ILS capital ‘drawing back’ a little in mid-year renewals: Gallagher Re
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ILS capital ‘drawing back’ a little in mid-year renewals: Gallagher Re

The broker estimated ILS capacity reached a record $107bn as cat bond interest surged.

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A hardening in the later stages of the Florida mid-year reinsurance renewal was influenced by the ILS market response to severe hurricane forecasts, according to James Vickers, chairman at Gallagher Re International.

Some ILS markets were “a bit more sensitive” to these forecasts in terms of managing investor perceptions, he said. “There was a little bit of a drawing back” of ILS capital, he added.

However, the rate swings of the Florida June renewal – which started with softening before firming towards the end of the renewal – were an isolated phenomenon that had not impacted mid-year renewals beyond Florida, Vickers said.

This was also despite the fact a surging cat-bond market has helped ILS capacity reach a new record of $107bn, it estimated, similar to estimates of $110bn from rival Aon.

Overall, Gallagher Re’s 1st View 1 July renewals report described a more “comfortable” market for reinsurance buyers, as it estimated property rates were flat to down 10%.

Vickers described conditions as being consistent and said that, while reinsurers were keen to grow, they were not “breaking ranks”.

“Reinsurers have done a reasonable job of holding the line,” he added.

On the retro market, Gallagher Re said both existing buyers and returning reinsurers seeking more earnings protection were a source of growing demand.

This publication has previously reported that increased demand for ILWs led to hardening in that market.

However, there was limited new capacity, which allowed marginal softening, with supply clustered on mid-upper layers of programmes.

The firm estimated retro rates were up 5%-15% on loss-impacted business, though loss-free business was flat to down 10%.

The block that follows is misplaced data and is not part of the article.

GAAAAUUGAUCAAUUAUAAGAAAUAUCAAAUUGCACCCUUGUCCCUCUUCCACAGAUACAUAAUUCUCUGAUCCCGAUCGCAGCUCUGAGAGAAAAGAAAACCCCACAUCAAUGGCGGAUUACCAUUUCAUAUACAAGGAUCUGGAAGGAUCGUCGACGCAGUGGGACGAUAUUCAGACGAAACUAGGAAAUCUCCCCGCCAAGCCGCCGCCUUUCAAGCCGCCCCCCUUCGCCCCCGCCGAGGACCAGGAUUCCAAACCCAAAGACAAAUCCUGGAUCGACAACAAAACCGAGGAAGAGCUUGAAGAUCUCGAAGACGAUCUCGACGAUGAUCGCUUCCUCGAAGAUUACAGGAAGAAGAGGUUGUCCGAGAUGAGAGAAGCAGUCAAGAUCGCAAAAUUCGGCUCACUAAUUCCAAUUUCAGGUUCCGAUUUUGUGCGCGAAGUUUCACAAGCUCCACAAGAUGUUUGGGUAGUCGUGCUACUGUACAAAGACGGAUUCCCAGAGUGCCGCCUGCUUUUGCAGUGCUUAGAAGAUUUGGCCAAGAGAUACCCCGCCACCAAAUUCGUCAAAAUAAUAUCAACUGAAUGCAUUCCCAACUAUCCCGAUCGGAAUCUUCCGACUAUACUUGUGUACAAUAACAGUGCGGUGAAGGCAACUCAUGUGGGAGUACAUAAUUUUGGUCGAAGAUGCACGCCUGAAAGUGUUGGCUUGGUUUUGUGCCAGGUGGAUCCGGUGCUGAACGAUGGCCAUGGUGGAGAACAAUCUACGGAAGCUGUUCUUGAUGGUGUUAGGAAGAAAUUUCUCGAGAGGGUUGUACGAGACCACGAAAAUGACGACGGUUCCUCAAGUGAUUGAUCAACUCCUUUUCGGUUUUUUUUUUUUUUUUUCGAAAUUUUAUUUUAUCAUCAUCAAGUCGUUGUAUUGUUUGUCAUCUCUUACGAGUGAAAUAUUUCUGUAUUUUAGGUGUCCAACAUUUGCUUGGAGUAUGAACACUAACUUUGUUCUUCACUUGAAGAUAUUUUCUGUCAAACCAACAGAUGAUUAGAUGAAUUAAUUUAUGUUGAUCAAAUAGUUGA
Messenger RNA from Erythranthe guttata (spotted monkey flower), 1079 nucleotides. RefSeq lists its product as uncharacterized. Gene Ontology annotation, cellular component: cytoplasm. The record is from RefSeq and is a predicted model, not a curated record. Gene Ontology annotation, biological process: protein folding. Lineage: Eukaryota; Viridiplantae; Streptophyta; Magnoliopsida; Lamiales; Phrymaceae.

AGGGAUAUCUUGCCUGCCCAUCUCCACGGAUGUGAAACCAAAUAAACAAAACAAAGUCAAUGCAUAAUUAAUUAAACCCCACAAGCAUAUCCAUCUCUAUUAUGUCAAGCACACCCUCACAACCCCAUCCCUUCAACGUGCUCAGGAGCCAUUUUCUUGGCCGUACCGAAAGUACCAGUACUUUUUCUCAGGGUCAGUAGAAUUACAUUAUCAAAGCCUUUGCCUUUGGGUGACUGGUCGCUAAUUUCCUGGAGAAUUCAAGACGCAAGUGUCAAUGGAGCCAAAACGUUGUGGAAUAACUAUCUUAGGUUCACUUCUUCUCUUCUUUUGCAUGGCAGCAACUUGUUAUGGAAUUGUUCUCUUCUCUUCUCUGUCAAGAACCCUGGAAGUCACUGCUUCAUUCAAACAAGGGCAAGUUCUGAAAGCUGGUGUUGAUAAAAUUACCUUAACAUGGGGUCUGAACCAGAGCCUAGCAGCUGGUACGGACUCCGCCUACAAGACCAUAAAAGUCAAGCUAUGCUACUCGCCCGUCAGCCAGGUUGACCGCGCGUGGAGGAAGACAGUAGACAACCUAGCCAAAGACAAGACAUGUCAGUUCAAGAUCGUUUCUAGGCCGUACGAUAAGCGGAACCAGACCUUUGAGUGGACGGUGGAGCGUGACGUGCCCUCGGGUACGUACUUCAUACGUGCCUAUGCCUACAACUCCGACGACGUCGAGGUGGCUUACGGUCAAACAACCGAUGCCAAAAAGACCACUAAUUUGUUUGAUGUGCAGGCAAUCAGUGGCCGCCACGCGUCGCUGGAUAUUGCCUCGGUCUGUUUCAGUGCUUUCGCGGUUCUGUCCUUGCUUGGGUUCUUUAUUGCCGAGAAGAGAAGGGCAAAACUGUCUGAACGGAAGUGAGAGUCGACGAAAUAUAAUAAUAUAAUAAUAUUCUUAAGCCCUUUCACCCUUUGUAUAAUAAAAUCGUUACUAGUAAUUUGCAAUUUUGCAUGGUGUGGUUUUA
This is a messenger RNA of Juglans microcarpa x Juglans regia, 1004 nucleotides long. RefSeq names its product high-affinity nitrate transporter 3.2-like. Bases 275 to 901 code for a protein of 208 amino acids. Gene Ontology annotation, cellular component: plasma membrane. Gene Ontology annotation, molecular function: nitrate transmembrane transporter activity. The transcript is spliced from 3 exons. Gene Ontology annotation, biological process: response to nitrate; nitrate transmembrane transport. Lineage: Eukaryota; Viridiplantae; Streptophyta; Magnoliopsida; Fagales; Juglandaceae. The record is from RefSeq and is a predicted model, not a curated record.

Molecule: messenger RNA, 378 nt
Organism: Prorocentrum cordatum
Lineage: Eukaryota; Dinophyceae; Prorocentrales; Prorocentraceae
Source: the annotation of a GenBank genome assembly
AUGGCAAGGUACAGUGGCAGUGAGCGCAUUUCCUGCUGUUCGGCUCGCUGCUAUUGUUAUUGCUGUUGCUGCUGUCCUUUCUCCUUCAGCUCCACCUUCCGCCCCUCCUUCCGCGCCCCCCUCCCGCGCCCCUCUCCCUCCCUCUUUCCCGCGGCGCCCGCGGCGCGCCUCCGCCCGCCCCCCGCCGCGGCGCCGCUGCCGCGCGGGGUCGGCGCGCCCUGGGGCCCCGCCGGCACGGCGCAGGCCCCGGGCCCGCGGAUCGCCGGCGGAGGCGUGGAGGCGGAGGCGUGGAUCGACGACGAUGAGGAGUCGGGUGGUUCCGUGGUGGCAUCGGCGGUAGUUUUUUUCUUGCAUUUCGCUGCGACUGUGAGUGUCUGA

Cat bond spreads had widened since February before stabilising in June, but they remain significantly below levels of a year ago, as the market has taken on more hurricane exposure in deals issued year to date than in the past.

Gallagher Re said more than 80% of cat bonds issued this year have hurricane exposure.

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Opaque outlook

Vickers forecast a wide range of potential outcomes for dynamics heading into 2025 depending on the outcome of the hurricane season.

A further benign year, resulting in strong reinsurer returns, would drive pressure for “reasonably significant rate reductions” next year, while a moderate loss year might prolong current conditions, and a severe loss year could get “tricky” for reinsurance buyers.

This was in line with the view expressed by Gallagher Re CEO Tom Wakefield in the report, as he said a strong year would “inevitably” pressure terms.

He said mid-year dynamics were “underpinned by an increasing supply of capital to meet demand, as reinsurers’ balance sheets have expanded on the back of strong 2023 and Q1 2024 results”.

Vickers reiterated that increased capital availability was being “self generated” by incumbents, and that rate pressure in 2025 would not be dependent on inflows of fresh investor capital after a benign year.

“Capital is not a problem – it’s willingness to deploy that capital that is there,” he added, saying this year’s outcomes show “the market believes the pricing is there or thereabouts [on rate adequacy]”.

Meanwhile, Q2 cat losses – including floods in Germany and Brazil – had helped reinforce reinsurer resolve on higher retentions, he noted.

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